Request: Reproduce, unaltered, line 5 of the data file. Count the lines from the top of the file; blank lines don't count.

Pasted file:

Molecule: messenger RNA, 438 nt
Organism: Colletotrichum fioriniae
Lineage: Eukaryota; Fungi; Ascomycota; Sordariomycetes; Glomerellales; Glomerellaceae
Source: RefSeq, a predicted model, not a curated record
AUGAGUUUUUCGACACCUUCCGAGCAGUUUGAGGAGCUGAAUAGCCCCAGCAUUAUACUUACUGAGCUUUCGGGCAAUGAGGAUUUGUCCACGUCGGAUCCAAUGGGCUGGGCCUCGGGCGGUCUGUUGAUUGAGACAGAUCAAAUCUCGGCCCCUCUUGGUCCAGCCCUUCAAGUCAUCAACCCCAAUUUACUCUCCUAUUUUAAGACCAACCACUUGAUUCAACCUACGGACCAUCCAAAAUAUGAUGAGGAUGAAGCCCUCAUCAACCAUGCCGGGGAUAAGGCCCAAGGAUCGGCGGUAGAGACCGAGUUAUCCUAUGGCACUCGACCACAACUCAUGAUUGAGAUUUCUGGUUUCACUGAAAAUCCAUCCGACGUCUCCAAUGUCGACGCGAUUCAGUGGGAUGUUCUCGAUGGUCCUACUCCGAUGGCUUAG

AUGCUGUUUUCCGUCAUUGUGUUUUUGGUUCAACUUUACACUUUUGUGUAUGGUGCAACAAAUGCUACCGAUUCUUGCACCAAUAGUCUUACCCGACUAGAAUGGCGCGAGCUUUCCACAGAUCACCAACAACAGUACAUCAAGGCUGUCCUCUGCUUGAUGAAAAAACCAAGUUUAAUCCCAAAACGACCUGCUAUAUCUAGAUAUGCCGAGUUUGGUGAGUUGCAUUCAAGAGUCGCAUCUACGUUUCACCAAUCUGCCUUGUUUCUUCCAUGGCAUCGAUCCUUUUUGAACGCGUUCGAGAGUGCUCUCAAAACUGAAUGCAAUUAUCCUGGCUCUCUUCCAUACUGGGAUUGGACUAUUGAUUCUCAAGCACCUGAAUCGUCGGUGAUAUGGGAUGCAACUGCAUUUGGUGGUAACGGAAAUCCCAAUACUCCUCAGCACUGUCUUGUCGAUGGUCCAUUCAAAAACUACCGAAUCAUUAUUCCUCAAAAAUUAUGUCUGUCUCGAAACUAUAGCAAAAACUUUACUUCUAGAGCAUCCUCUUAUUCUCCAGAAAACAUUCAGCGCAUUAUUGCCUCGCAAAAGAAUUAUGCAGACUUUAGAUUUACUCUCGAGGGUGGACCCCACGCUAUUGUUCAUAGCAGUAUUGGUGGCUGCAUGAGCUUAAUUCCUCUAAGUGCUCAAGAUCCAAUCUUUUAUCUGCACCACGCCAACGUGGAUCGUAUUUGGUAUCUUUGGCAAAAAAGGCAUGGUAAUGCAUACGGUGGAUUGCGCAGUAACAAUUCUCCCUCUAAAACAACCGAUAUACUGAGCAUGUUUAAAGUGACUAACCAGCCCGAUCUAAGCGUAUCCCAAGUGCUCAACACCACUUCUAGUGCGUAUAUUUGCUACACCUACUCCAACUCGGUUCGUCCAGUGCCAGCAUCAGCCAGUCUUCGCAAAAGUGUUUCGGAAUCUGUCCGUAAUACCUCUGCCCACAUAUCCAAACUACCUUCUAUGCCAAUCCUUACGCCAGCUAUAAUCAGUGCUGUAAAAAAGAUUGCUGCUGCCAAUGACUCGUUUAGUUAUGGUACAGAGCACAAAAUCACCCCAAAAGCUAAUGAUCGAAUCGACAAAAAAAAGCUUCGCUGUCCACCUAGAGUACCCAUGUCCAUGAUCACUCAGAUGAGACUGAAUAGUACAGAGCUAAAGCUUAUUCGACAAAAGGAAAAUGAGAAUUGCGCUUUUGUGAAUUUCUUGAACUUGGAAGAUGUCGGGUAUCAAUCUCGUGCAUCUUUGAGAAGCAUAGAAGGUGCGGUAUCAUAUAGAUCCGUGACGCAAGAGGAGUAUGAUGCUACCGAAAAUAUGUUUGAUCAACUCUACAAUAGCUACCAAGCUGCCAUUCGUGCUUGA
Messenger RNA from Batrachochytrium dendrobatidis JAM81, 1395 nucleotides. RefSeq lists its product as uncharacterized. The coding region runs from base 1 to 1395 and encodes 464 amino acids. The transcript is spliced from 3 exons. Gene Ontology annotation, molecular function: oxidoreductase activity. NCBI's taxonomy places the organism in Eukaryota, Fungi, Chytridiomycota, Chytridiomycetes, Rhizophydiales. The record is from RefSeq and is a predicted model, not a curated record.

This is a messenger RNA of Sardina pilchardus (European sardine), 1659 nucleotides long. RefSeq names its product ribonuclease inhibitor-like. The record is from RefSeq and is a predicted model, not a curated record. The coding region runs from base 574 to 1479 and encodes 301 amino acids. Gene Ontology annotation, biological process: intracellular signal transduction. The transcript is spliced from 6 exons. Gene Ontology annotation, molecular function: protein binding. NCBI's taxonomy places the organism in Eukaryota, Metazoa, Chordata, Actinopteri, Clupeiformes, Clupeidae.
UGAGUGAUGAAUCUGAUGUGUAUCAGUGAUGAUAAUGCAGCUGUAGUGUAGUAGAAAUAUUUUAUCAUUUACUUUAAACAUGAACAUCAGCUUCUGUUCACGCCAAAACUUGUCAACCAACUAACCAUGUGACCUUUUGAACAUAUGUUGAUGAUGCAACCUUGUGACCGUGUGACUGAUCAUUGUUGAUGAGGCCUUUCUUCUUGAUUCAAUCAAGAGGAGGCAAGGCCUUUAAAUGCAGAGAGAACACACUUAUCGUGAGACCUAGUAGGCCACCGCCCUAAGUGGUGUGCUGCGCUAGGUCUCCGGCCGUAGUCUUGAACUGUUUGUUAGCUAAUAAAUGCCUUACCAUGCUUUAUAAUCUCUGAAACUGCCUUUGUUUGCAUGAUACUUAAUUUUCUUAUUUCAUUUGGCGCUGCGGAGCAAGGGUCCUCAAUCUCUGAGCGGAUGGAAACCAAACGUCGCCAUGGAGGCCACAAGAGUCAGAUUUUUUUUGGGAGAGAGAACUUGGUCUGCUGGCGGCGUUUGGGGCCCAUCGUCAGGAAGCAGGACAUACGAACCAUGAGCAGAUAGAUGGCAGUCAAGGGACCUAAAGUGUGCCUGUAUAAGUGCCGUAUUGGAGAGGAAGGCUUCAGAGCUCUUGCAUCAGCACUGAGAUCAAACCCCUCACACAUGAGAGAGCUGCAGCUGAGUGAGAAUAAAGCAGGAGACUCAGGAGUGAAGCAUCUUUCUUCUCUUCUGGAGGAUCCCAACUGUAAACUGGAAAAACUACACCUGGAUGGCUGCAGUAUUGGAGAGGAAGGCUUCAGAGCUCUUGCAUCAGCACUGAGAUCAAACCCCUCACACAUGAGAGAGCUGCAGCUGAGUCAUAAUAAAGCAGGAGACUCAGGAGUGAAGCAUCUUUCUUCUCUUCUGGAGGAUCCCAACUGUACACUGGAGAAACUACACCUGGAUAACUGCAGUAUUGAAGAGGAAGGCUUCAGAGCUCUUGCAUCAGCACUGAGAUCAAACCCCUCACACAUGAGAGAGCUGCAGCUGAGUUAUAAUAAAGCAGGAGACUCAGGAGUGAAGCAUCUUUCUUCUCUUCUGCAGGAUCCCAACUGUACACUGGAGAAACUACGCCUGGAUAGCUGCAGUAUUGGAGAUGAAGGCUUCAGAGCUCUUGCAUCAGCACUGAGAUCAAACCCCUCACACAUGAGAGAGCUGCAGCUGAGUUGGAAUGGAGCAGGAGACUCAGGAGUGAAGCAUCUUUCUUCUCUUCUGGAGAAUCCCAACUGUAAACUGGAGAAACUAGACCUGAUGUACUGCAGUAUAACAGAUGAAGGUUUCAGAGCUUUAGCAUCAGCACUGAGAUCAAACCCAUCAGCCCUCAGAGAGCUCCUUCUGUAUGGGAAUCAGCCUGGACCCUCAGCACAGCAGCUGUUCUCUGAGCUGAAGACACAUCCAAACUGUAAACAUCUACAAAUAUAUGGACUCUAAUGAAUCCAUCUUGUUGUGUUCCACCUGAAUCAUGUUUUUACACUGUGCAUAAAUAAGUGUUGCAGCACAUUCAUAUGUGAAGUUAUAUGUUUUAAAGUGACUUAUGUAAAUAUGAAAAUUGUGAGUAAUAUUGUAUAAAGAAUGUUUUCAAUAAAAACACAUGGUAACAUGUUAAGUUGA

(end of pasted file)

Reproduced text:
AUGAGUUUUUCGACACCUUCCGAGCAGUUUGAGGAGCUGAAUAGCCCCAGCAUUAUACUUACUGAGCUUUCGGGCAAUGAGGAUUUGUCCACGUCGGAUCCAAUGGGCUGGGCCUCGGGCGGUCUGUUGAUUGAGACAGAUCAAAUCUCGGCCCCUCUUGGUCCAGCCCUUCAAGUCAUCAACCCCAAUUUACUCUCCUAUUUUAAGACCAACCACUUGAUUCAACCUACGGACCAUCCAAAAUAUGAUGAGGAUGAAGCCCUCAUCAACCAUGCCGGGGAUAAGGCCCAAGGAUCGGCGGUAGAGACCGAGUUAUCCUAUGGCACUCGACCACAACUCAUGAUUGAGAUUUCUGGUUUCACUGAAAAUCCAUCCGACGUCUCCAAUGUCGACGCGAUUCAGUGGGAUGUUCUCGAUGGUCCUACUCCGAUGGCUUAG